Rector of the Ghana Institute of Journalism (GIJ), Professor Kwamena Kwansah-Aidoo, says the institute would not tolerate any act of misconduct from students.
Speaking at the 20th matriculation ceremony of the Institute in Accra on Friday, the Rector said the Institute had zero tolerance for any form of misconduct .
He added, “we do not hesitate to sanction any student who falls foul of our regulations.”
“I implore you to show respect to your colleagues and staff of the Institute to make your stay fruitful and productive. Be modest and decent in your dressing and approach to issues and adhere strictly to the rules and regulations enshrined in the students’ handbook
“Ensure that you attend classes, shun all forms of deviant behaviours and other vices, and focus on why you are here,” he said.
The ceremony was held for 1,361 undergraduate and 327 graduate students.
Out of the 1,361 undergraduate students, 525 were admitted into Diploma in Communication Studies, 415 enrolled in BA Communication Studies Degree (Level 100) and 423 were admitted for BA Communication Studies Degree (Level 300, Top-up).
For the 327 graduate students who enrolled for The School of Graduate Studies and Research, 12 each were admitted for MA Journalism and MA Media Management; 161 enrolled in MA Public Relations– while 142 for MA Development Communication.
Prof. Kwansah-Aidoo said to enhance teaching and learning on campus, management had fully equipped its ICT laboratory and library with wireless internet access and carefully selected books to reflect the core programmes of the Institute, that is; Journalism, Public Relations, Marketing, Advertising and Communication Studies to facilitate academic and research work.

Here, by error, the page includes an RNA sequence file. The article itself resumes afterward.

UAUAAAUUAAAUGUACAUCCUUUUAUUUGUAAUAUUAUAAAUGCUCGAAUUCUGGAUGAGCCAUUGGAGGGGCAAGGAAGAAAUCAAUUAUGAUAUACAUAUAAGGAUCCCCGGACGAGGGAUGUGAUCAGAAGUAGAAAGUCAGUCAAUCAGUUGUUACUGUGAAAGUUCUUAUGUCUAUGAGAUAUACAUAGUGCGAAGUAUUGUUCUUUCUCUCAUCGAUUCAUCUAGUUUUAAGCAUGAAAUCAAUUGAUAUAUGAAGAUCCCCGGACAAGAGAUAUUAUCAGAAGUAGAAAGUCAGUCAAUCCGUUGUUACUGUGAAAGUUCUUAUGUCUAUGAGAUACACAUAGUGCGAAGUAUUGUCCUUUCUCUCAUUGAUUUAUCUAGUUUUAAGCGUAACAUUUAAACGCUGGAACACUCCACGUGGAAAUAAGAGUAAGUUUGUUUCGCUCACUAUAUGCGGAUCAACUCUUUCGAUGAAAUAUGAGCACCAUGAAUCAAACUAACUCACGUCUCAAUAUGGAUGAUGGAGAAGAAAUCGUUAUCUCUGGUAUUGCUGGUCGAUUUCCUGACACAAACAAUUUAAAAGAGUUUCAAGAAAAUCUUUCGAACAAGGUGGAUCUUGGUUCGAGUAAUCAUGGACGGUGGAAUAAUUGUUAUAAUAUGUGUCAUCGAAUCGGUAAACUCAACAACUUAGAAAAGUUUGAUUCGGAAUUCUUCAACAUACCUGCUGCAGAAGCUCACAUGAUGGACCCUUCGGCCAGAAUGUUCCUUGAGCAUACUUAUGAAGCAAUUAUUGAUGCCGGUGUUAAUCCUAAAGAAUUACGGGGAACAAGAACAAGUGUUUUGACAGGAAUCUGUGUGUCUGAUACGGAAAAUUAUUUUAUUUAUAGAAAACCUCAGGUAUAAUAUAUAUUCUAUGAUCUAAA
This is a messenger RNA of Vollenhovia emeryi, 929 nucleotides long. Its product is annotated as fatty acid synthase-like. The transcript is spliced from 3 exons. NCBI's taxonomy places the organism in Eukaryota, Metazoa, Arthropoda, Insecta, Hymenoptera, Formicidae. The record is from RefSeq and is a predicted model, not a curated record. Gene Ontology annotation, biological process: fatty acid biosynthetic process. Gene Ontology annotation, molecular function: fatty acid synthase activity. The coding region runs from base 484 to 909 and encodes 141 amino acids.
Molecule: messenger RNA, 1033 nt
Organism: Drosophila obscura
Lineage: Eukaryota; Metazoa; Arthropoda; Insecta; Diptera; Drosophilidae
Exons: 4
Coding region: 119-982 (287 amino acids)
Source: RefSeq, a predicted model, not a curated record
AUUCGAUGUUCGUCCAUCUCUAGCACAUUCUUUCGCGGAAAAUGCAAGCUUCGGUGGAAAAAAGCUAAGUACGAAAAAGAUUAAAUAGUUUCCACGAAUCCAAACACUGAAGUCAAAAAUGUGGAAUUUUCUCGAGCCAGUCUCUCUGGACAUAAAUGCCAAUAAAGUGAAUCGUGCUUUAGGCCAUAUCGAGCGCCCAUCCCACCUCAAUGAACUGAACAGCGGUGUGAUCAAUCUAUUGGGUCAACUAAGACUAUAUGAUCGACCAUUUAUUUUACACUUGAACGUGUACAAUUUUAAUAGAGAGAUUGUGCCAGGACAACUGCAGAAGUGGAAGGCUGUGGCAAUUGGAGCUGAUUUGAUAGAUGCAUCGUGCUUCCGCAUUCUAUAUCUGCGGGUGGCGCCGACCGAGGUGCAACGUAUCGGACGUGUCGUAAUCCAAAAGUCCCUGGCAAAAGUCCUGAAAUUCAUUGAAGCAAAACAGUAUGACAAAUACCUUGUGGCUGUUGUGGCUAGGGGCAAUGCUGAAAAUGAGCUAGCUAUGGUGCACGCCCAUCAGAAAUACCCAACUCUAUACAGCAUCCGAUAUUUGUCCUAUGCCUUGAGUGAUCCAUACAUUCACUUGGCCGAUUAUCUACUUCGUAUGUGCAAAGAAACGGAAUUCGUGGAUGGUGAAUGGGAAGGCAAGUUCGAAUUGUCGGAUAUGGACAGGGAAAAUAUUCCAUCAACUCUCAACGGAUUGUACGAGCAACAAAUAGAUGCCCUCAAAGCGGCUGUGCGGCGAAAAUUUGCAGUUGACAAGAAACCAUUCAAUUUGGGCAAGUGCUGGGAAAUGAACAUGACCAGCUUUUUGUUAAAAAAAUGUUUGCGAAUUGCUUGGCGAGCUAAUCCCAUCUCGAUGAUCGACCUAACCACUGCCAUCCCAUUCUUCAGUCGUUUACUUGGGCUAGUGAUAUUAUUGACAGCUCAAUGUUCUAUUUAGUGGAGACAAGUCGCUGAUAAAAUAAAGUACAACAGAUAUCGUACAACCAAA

The Institute like many other tertiary institutions in the country resorted to the use of Learning Management System (LMS) and other virtual learning platforms in the early months of last year, in an effort to complete the 2019/20 academic year as part of measures to reduce physical contact hours due to the pandemic.
“In an ideal virus-free world, I believe many of you would have liked some form of enduring face-to-face lectures and interaction, and indeed we started the academic year that way. However, the very dictates of the scourge of the world as of today, the virus, has ensured that we have necessarily had to make some adjustments to our teaching and learning environment and strategy.
“Going forward, we are hopeful that when the infection rates decrease and we see some veritable improvements, we can return to a semblance of life as we knew it, pre-pandemic, but for now, though, let us all do our best to utilise the tools available to us under the circumstances and to take advantage of the silver lining in this pandemic cloud, which is, online learning,” he said.
The Institute in November last year commissioned its new campus at North Dzorwulu in Accra as part of effort to expand its infrastructure base. The Rector invited private investors as partners for the construction of hostel facilities and a lecture hall complex.
“It is refreshing to inform you that, plans are underway to develop this campus into a fully-fledged ultramodern university campus,” he said.
Other projects included a Digital Media Hub, administrative block which would house its growing academic faculties, secretariats and staff, a multi-purpose building to house a Students’ Centre, a commercial hub, clinic, alumni offices and religious space and many more.
He assured the students of the school’s commitment towards their security and safety, and observance of all pandemic protocols on both campuses.